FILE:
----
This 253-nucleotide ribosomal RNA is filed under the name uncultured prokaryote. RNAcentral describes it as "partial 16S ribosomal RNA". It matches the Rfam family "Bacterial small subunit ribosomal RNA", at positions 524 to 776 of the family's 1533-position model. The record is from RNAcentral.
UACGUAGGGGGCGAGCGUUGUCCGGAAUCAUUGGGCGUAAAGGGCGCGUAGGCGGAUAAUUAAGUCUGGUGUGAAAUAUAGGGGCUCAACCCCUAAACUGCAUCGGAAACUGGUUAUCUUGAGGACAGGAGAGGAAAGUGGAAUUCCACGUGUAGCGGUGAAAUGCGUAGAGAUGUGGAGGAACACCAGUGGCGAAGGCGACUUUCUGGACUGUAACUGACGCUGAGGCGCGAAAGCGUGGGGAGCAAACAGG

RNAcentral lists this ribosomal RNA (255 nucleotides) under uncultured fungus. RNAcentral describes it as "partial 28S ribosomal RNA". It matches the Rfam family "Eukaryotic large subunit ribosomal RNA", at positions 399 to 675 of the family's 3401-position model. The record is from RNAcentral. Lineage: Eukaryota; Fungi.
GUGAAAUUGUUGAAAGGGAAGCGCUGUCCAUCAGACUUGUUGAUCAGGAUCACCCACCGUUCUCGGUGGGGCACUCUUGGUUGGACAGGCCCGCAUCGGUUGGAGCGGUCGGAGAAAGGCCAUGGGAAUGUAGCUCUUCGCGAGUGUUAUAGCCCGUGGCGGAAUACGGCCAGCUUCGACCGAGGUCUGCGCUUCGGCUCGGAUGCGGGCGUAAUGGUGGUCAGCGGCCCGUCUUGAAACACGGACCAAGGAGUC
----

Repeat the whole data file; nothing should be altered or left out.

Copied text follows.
This 253-nucleotide ribosomal RNA is filed under the name uncultured prokaryote. RNAcentral describes it as "partial 16S ribosomal RNA". It matches the Rfam family "Bacterial small subunit ribosomal RNA", at positions 524 to 776 of the family's 1533-position model. The record is from RNAcentral.
UACGUAGGGGGCGAGCGUUGUCCGGAAUCAUUGGGCGUAAAGGGCGCGUAGGCGGAUAAUUAAGUCUGGUGUGAAAUAUAGGGGCUCAACCCCUAAACUGCAUCGGAAACUGGUUAUCUUGAGGACAGGAGAGGAAAGUGGAAUUCCACGUGUAGCGGUGAAAUGCGUAGAGAUGUGGAGGAACACCAGUGGCGAAGGCGACUUUCUGGACUGUAACUGACGCUGAGGCGCGAAAGCGUGGGGAGCAAACAGG

RNAcentral lists this ribosomal RNA (255 nucleotides) under uncultured fungus. RNAcentral describes it as "partial 28S ribosomal RNA". It matches the Rfam family "Eukaryotic large subunit ribosomal RNA", at positions 399 to 675 of the family's 3401-position model. The record is from RNAcentral. Lineage: Eukaryota; Fungi.
GUGAAAUUGUUGAAAGGGAAGCGCUGUCCAUCAGACUUGUUGAUCAGGAUCACCCACCGUUCUCGGUGGGGCACUCUUGGUUGGACAGGCCCGCAUCGGUUGGAGCGGUCGGAGAAAGGCCAUGGGAAUGUAGCUCUUCGCGAGUGUUAUAGCCCGUGGCGGAAUACGGCCAGCUUCGACCGAGGUCUGCGCUUCGGCUCGGAUGCGGGCGUAAUGGUGGUCAGCGGCCCGUCUUGAAACACGGACCAAGGAGUC